Let’s be clear: gene modification, so-called BRCA 1 and BRCA 2, is pretty uncommon (you can read a more extensive post about it here). Of all the breast cancer diagnosis this year, probably less than 1% will be related to these genes. And, yes, absolutely, environmental factors do contribute to the majority of cancers, so we should do whatever is in our power to lead the healthiest life we can.

But the points that Ms. Jolie wanted to drive home are:

  1. if anyone in your immediate family died of breast or ovarian cancer at an early age (typically by age 60) or if many women in your family have been diagnosed with either disease, your doctor will most likely suggest genetic testing. It doesn’t necessarily mean you carry the modification but, once you know, you have options;
  2. the cost of genetic testing, around $3,000, not all of it covered by insurance, is still beyond the reach of low-income women;
  3. undergoing a double mastectomy does not rob you of your femininity or your identity.

Luckily, most of us will not have to deal with such drastic decisions. What lesson there is to be learnt here, from a celebrity being candid about her medical choices, is that, at a time when we are bombarded with information, we need to be more pro-active than ever  when it comes to our health. We needn’t be afraid to ask questions, seek second opinions, battle our insurance companies and help all women have access, not just to better care, but to fundamental care. Only armed with knowledge, can we then decide with our doctors and our loved ones how best to honor our bodies.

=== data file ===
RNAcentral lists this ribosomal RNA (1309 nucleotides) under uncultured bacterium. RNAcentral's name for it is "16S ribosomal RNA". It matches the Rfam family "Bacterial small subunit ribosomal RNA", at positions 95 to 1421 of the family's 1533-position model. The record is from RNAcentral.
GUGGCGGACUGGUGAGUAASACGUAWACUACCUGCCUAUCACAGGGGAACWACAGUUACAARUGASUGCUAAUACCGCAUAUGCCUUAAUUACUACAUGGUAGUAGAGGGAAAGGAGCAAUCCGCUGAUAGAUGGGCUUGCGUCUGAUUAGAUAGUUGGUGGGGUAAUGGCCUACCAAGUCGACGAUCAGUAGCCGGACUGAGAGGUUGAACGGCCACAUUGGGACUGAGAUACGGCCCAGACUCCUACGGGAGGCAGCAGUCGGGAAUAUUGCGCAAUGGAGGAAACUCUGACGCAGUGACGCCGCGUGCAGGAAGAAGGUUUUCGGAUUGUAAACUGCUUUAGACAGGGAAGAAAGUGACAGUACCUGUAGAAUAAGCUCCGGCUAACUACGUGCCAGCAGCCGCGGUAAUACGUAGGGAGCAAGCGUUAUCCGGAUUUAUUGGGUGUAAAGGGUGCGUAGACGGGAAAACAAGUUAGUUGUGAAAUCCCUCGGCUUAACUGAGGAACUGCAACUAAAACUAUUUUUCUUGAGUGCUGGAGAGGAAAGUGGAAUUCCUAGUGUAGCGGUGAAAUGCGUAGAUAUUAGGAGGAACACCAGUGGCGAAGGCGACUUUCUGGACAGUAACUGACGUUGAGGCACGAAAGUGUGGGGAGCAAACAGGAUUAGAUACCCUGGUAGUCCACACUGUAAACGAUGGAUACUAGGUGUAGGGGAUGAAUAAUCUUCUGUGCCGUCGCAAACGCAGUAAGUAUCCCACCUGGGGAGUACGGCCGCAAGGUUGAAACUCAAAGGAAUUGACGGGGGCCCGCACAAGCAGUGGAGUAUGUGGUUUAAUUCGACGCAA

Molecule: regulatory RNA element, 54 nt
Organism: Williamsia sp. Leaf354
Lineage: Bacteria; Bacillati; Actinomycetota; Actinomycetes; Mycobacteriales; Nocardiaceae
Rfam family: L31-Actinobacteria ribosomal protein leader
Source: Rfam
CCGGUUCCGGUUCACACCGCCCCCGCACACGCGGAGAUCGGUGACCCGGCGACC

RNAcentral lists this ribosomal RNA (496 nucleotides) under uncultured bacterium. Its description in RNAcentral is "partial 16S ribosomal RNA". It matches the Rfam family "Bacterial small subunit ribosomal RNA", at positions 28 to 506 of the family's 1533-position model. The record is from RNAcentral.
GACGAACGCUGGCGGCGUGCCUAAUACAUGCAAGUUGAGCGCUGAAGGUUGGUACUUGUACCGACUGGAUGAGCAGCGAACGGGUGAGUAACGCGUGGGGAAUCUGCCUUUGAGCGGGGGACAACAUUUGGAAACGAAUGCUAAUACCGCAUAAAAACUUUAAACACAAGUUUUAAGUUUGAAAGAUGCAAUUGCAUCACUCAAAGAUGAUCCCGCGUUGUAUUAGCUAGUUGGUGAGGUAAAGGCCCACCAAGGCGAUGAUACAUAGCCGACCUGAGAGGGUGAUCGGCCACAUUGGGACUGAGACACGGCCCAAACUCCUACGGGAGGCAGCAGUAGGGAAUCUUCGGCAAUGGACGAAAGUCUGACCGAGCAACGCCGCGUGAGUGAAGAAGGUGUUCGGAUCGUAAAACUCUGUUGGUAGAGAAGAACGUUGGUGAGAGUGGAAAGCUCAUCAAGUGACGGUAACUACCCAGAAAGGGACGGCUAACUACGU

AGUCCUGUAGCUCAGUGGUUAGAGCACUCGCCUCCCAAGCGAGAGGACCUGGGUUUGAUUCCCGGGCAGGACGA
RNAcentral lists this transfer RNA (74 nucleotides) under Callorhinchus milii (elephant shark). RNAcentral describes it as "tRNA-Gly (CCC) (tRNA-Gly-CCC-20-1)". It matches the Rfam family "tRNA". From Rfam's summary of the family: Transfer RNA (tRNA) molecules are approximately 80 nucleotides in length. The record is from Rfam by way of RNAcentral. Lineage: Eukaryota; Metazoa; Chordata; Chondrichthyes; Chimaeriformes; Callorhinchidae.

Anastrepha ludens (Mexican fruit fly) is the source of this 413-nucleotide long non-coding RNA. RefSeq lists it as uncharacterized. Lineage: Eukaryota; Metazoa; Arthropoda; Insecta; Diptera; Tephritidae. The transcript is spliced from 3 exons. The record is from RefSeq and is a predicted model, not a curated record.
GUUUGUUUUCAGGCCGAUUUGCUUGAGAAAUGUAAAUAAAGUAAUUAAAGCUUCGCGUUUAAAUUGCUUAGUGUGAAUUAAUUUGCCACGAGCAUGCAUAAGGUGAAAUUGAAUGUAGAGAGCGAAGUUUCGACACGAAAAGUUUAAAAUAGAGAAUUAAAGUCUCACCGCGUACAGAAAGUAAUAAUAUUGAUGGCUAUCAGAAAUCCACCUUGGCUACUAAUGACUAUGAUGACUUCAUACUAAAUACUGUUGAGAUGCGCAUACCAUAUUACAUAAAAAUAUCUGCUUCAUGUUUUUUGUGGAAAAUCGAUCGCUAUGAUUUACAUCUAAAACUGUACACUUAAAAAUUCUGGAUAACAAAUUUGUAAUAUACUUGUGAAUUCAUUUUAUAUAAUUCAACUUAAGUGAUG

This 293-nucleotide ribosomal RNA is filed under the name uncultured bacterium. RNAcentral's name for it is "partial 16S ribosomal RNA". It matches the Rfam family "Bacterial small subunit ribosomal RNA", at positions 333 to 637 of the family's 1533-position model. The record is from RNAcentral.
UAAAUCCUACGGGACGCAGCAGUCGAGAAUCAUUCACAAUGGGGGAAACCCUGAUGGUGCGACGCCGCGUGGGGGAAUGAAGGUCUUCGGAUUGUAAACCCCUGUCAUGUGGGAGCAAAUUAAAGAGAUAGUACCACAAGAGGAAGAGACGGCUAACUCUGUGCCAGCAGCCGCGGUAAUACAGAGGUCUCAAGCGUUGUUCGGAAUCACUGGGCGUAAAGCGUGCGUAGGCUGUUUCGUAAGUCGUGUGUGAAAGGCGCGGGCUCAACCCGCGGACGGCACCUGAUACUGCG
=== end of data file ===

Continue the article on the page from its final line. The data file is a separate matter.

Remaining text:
Ms. Jolie’s entire opinion piece

Image of Ms. Jolie found in the public domain

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13 Comments

  1. It’s funny: I received the Warburg spam thing on Facebook and did as you, writing a long, hard reply. It ignited a delirious exchange on holistic medicine and at the end I gave up. Truth is, it’s easy to talk and share stuff you don’t know about when you were never confronted to cancer..

    May 24, 2013
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    • I do appreciate social media, even if I can sound a bit cranky about it at times, but one of its downside is definitely the perpetuation of ridiculous myths. Glad to see I was not alone in feeling compelled to write about it

      May 24, 2013
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  2. I love reading a compassionate nod towards Jolie and her decision. So many people have criticized her or rushed to judgement as to why she is revealing this, as if helping others and/or protecting herself for her children’s sake isn’t enough of a reason. It is as though some disallow her to experience human things as we all do because she is wealthy, famous, and beautiful. Never mind the fact that, if you are very ill, none of those things can save your life. More money might give you more options but it will not save your life. Thanks for writing this in a way that I felt was fair and compassionate.

    May 17, 2013